The aim of this paper is to describe the time spent to activate oncological non-profit clinical trials promoted in Italy by the National Cancer Institute of Naples, following the implementation of recent European laws.
Data about the process of activation of 5 non-profit multicentre clinical trials were prospectively collected through a web-based system. The impact of European guidelines was assessed by comparing the efficiency of the process between applications started before and after the decree introducing in Italy the Clinical Trial Application form (MD-CTA). Outcomes of the descriptive analyses were the time to EC opinion, the time to administrative agreement signature after a positive EC opinion, and the cumulative percentage of submissions that came to closure (either positive or negative) within four subsequent time cohorts.
From March 2007 to October 2009, 202 applications were submitted to 107 centres. Forty-four (59%) applications of those submitted before were successful, compared to 71 (55%) of those submitted after MD-CTA. Most of the failures were due to missing EC response (27% and 22%) or administrative reasons (10% and 16%, before and after, respectively); very few (4% and 7%) were due to EC refusal. The impact of the MD-CTA on time to EC opinion looked positive (median 4.1 vs 2.4 months, before and after, respectively) but a subgroup analysis revealed that the impact was limited to a comparison biased by the selection of EC. After a positive EC opinion, there was no difference before and after MD-CTA in the time to administrative agreement signature (median 3.6 and 3.8 months, respectively). A trend to shortening time to closure of the whole submission process over the time was evident, with 58% of the applications coming to closure within 6 months from submission in the most recent cohort.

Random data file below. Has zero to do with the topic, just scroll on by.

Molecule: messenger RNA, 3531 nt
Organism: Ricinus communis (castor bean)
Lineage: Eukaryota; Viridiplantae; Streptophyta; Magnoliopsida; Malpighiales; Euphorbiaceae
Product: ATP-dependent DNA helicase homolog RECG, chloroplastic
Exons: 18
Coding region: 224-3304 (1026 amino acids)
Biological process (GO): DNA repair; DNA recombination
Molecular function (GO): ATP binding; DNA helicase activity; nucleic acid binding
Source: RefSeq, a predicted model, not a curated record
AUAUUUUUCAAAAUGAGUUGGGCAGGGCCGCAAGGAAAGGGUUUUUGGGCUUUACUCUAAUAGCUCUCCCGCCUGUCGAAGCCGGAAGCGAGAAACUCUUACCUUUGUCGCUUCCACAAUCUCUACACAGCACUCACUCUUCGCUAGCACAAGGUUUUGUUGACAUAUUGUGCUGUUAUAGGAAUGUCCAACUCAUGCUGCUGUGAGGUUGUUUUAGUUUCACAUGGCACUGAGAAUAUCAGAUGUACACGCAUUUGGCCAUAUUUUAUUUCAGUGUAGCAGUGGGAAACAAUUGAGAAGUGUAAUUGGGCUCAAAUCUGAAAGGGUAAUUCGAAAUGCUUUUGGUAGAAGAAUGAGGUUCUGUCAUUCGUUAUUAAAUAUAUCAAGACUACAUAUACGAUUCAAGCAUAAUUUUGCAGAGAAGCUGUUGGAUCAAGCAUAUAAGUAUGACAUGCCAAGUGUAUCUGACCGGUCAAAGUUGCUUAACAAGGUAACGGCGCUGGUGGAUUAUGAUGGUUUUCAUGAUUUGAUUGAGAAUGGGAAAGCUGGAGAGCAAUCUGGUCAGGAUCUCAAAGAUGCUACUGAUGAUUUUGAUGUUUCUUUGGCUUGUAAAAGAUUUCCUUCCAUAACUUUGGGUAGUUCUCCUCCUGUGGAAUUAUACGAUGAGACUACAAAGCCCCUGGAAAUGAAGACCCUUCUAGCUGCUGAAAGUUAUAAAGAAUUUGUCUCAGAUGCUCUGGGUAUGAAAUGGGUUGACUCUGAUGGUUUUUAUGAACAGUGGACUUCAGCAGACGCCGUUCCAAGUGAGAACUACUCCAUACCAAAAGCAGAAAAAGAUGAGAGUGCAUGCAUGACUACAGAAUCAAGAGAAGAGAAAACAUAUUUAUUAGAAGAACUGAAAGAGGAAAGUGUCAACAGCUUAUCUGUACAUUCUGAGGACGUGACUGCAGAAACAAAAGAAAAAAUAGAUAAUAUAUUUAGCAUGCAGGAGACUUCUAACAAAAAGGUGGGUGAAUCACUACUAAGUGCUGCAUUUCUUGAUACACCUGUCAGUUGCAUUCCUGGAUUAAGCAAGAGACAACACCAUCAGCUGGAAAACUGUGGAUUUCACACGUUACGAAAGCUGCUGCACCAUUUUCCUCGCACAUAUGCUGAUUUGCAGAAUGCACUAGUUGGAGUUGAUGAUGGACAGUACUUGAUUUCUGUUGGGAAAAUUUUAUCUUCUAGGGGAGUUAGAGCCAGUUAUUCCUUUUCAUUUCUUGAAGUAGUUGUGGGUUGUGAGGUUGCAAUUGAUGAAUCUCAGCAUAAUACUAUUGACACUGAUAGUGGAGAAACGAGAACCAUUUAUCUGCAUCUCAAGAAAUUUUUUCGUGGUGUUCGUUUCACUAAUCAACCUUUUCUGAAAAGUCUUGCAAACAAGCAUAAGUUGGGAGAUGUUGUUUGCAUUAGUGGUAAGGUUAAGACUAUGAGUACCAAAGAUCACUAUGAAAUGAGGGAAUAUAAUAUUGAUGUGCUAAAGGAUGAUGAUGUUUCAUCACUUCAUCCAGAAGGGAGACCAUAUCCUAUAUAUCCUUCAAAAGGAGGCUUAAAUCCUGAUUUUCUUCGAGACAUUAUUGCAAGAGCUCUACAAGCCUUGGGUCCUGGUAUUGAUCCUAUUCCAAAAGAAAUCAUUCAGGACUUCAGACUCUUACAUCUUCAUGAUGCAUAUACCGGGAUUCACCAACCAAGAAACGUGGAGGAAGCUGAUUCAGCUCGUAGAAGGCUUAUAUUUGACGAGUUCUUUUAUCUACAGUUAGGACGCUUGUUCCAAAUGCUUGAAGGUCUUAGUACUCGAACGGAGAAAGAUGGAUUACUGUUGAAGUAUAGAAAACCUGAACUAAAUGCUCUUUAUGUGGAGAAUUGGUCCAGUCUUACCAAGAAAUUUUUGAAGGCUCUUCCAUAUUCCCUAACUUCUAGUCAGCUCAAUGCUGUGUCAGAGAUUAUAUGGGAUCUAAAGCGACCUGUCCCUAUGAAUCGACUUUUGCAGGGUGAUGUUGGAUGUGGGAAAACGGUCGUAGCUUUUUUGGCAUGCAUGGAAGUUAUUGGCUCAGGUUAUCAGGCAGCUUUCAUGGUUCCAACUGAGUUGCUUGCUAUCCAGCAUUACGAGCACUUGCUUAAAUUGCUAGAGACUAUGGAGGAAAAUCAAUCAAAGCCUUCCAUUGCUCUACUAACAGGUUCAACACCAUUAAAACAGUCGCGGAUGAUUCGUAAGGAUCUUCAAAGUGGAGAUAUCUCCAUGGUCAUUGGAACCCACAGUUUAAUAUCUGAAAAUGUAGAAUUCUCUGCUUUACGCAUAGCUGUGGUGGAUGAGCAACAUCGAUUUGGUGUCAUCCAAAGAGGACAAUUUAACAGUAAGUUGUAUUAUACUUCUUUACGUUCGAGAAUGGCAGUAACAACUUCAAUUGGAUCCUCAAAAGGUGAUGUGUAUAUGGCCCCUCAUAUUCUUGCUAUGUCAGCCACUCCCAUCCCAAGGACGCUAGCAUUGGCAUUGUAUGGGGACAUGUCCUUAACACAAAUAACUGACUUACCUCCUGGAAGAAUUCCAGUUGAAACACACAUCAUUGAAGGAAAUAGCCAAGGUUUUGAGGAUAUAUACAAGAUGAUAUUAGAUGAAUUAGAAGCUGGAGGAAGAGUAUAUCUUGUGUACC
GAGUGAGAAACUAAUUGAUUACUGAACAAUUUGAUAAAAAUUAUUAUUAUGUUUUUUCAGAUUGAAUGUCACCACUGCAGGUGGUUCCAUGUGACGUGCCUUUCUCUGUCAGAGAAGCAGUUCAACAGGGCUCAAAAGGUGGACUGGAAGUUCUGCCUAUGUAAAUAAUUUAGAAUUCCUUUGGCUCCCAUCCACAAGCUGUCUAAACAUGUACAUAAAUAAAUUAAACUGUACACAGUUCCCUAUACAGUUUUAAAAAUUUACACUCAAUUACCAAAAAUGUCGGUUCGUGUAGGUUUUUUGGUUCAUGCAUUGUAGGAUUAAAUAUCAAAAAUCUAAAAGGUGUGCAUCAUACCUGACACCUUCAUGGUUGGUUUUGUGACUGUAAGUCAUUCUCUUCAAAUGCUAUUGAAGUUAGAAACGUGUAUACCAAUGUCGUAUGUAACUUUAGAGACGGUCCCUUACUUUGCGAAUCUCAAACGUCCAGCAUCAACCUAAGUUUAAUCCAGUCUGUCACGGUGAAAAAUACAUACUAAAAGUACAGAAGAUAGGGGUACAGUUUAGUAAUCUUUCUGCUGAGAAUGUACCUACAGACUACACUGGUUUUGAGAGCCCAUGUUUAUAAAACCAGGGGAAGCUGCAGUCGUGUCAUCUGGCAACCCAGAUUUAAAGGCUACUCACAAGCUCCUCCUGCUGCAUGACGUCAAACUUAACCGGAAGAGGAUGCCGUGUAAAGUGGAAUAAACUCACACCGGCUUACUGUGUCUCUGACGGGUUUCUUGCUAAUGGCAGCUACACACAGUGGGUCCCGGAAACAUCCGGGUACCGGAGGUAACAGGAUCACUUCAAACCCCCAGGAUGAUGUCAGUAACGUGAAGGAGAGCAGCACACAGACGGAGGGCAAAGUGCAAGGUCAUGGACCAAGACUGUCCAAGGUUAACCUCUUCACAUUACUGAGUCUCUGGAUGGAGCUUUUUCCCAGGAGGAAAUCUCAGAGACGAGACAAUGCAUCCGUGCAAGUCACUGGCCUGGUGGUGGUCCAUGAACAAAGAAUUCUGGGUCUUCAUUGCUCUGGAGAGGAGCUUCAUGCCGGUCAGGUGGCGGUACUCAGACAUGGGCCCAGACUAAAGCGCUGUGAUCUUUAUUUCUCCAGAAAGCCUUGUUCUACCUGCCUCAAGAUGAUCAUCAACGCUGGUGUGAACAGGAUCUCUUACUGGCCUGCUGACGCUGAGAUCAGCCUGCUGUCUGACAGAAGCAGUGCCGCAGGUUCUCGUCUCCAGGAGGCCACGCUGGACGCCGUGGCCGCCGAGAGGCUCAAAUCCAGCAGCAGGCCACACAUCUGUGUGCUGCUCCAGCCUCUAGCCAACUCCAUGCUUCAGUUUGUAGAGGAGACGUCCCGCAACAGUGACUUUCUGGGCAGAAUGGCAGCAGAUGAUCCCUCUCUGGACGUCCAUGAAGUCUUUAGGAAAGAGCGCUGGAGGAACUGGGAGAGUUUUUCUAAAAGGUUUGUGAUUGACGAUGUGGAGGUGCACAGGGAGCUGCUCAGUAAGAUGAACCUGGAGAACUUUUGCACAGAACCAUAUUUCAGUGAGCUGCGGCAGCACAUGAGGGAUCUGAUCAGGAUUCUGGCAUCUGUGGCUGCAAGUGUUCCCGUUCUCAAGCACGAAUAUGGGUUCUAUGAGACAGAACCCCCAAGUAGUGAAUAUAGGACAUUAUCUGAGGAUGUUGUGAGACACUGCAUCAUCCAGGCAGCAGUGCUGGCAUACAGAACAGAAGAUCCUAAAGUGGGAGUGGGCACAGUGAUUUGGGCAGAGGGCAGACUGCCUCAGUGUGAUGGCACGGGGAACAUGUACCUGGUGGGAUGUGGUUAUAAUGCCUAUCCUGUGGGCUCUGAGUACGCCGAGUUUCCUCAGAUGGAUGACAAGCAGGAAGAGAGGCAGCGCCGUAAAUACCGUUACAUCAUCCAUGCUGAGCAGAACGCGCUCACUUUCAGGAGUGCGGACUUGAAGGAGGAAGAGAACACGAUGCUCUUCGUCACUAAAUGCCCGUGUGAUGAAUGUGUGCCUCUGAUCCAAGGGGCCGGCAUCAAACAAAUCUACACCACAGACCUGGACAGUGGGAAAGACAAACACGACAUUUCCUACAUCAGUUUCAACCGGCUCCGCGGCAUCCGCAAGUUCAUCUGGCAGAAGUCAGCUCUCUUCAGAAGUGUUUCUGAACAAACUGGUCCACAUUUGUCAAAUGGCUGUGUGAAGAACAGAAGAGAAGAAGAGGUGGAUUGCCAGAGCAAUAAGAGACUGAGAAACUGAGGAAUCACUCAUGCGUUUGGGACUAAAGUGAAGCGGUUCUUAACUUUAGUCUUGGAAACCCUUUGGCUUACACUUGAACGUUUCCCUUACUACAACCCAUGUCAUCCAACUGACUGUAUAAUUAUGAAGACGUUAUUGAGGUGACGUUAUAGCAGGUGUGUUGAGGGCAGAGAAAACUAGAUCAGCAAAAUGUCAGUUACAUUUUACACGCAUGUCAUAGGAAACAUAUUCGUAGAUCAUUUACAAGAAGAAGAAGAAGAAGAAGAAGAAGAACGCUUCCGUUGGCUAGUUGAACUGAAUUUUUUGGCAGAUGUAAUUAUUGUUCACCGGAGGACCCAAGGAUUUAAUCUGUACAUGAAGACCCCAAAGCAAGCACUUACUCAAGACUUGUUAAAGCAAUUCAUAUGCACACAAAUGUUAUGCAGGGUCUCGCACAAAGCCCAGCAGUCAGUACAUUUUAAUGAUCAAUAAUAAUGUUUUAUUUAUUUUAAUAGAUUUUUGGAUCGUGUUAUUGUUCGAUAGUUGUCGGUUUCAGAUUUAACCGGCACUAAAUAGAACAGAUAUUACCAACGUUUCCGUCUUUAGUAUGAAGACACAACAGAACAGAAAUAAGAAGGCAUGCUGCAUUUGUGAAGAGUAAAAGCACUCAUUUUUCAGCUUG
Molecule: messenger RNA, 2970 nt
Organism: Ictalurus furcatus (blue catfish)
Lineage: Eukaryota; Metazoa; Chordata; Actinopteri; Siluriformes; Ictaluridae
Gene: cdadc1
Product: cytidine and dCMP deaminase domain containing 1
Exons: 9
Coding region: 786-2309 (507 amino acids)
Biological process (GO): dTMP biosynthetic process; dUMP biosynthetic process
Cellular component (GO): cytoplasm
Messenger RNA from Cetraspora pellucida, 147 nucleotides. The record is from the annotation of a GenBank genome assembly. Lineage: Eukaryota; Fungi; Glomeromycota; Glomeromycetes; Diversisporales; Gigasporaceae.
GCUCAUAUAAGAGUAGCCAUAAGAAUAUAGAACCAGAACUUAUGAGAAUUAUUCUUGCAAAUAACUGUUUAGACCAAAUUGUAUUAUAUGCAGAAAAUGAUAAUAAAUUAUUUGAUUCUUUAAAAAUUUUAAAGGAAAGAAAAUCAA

In our experience there is reassuring evidence of a trend toward shortening the time spent to activate non-profit clinical trials in Italy, but the whole process still remains inefficient. Efforts should be made to improve the process, also focusing on administrative procedures.
Citation: De Feo G, Signoriello S, Bryce JC, Del Giudice A, Canzanella G, et al. (2010) Time Spent for Activation of Non-Profit Studies in Oncology in Italy. PLoS ONE 5(7): e11864. doi:10.1371/journal.pone.0011864
Editor: Juri G. Gelovani, University of Texas M. D. Anderson Cancer Center, United States of America
Received: May 20, 2010; Accepted: June 29, 2010; Published: July 29, 2010
Copyright: © 2010 De Feo et al. This is an open-access article distributed under the terms of the Creative Commons Attribution License, which permits unrestricted use, distribution, and reproduction in any medium, provided the original author and source are credited.
Funding: The authors have no support or funding to report.
Competing interests: The authors have declared that no competing interests exist.
Clinical research is regulated in Europe by the 2001/20/EC Directive, which should harmonize national laws and administrative provisions regarding clinical trials conduction . In particular, the directive establishes at 60 days the maximum time to obtain the opinion of ethical committees (EC), including 30 days for issuing the so-called “single” opinion by the EC of the coordinating centre and 30 days for the acceptance or refusal of the “single” opinion by the EC of clinical centres willing to participate. The directive does not make any substantial difference between commercial (also defined “profit”) and academic independent (“non-profit”) clinical trials. In Italy, the European directive has been implemented with the Legislative Decree 211/2003; thereafter, further guidance has been provided with the implementation of Ministerial Decree 17 December 2004, that innovatively defined rules for non-profit clinical research , . According to the European directive, the procedure for the activation of multicentre clinical trials foresees subsequent phases: first, the submission of the clinical trial application to EC of the coordinating and the participating centres; second, the issue of the “single” opinion by the EC of the coordinating centre and, if this opinion is positive, the acceptance or the refusal by EC of each participating centre; third, in case of acceptance, the signature of administrative agreement between the coordinating and each participating centre (figure 1).